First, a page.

“If I hadn’t won the 2014 U.S. Open I would still — I definitely wouldn’t retire, and I would still be out here playing and chasing that win. That win means everything to me.”

Diverse field

Frank Daniels, a reporter from The Pilot newspaper, interviews Mexican pro golfer Gaby Lopez

Frank Daniels, a reporter from The Pilot newspaper, interviews Mexican pro golfer Gaby Lopez at Pine Needles on Wednesday, June 1, 2022 ahead of the U.S. Women’s Open.

In all, the field at Pine Needles this week features 156 players, trimmed down from this year’s record total of 1,874 entrants. The 60 players with the lowest scores after Friday will continue to play into Saturday and Sunday. And even those players that don’t advance will get paid — early cuts will each get an $8,000 check.

With the competition being an Open Championship, it welcomes golfers of various ages and expertise. There are 29 amateurs in this year’s field, 50 first-time U.S. Open competitors and 28 countries represented.

The lone North Carolinian in the field is Allison Emrey of Charlotte.

Sorenstam is the oldest player in the field this year, and 15-year-old Jeonghyun Lee, of China, is the youngest.

“It doesn’t matter your background, doesn’t matter the shape of your swing, the clothes on your back, the color of your skin,” Bodenhamer said. “You get your ball in the hole, you can play in a U.S. Open or an amateur championship.”

Changes on and off the course

When Sorenstam won here at Pine Needles in 1996, the total purse was $1.2 million. This week, the total purse is $10 million, and the winner will get $1.8 million.

It is the largest purse in the history of women’s golf.

Leona Maguire, a Duke University graduate,

Leona Maguire, a pro golfer and Duke University graduate, talks with her caddie at Pine Needles on Wednesday, June 1, 2022 ahead of the U.S. Women’s Open.

 Signage near the first and 18th hole at Pine Needles on Wednesday, June 1, 2022 at the U.S. Women's Open.

Signage near the first and 18th hole at Pine Needles on Wednesday, June 1, 2022 at the U.S. Women’s Open.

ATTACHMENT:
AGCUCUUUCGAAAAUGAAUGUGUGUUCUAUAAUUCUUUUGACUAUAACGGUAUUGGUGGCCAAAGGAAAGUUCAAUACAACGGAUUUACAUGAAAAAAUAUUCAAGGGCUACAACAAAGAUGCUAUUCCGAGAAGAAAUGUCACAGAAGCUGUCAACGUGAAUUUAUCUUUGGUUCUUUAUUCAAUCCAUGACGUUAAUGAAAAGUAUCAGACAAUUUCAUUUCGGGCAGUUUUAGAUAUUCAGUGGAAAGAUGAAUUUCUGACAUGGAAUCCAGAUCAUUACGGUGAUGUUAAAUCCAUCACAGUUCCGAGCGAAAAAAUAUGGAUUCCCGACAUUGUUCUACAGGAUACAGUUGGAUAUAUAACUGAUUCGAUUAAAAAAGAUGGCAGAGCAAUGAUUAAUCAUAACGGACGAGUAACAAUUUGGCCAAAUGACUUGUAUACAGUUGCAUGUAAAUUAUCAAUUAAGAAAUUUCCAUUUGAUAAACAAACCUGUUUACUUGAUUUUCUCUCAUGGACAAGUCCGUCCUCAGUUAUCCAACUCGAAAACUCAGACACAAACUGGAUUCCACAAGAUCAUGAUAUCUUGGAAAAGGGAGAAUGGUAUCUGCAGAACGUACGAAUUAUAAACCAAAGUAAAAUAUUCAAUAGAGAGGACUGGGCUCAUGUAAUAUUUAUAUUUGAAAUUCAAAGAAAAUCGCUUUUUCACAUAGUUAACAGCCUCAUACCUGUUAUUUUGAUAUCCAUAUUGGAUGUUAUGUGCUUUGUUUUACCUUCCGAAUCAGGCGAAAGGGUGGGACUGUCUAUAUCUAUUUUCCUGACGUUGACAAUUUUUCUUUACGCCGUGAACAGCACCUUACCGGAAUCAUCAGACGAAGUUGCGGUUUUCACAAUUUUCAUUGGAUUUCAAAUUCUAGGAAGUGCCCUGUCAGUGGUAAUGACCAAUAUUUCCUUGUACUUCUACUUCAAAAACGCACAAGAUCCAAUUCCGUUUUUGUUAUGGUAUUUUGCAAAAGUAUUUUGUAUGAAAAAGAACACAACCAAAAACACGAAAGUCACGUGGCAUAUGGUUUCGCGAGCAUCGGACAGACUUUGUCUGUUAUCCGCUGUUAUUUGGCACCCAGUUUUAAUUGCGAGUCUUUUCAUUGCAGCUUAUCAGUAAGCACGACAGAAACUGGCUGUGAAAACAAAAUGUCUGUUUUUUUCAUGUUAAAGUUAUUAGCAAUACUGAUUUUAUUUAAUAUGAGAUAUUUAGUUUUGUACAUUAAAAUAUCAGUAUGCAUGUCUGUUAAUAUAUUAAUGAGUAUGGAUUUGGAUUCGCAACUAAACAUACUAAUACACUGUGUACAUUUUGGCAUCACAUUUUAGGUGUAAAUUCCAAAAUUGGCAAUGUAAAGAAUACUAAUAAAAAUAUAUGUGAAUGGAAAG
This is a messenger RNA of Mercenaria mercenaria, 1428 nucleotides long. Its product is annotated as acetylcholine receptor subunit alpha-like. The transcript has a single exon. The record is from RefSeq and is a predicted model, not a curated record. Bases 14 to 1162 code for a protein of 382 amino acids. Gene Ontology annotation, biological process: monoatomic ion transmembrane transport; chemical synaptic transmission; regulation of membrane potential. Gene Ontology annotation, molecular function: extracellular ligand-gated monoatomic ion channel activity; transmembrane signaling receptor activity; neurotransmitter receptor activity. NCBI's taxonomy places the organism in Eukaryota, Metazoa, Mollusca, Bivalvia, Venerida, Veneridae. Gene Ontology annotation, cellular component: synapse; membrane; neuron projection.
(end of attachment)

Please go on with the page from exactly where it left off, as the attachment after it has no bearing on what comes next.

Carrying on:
“Well, it’s amazing. Just to see the purse increases,” said pro golfer Lexi Thompson. “That’s huge for us. I think just the women’s game in general has grown dramatically even since I turned professional… Seeing the purse increases, the TV coverage, that’s what we want. We want to grow the game and leave it in a better place.”

Lydia Ko, the No. 3 ranked women’s golfer in the world, knows that more can be done to help the women’s game grow.

“People only just talk about the purse, because, yes, we are playing for money, but I think it’s just so much more than that, and for a lot of these sponsors — for them to believe in women’s golf and see women empowerment I think is awesome,” Ko said. “We should be very grateful, but at the same time, I think there’s still a ways to go, and I’m excited where women’s golf and golf is trending.”

With the backing of ProMedica — a national non-profit healthcare system — the purse of the U.S. Women’s Open is supposed to increase annually over the next five years.

The course at Pine Needles looks a bit different from the last time the tournament was held there too. It was rebuilt over 2016 and 2017. Fairways have been expanded, bunkers have been restored and reconfigured, and some Bermuda rough was removed or replaced, in addition to other cosmetic upgrades.

“What makes Pine Needles a wonderful test of golf? There’s a couple things,” said Shannon Rouillard, the USGA’s senior director of championships. “First, the strategy and course management that’s going to be required to perform well. Players will be rewarded for flirting with trouble, perhaps taking on a bunker that will give them a favorite angle into these putting greens.”

Officials with the USGA are expecting crowds of around 15,000 fans to descend upon North Carolina’s sandhills between Thursday and Sunday.

Tee times for the competition begin at 7 a.m. Thursday, with the trio of Anna Morgan, Gabby Lemieux and Ingrid Gutierrez taking the green first.

original article can be found here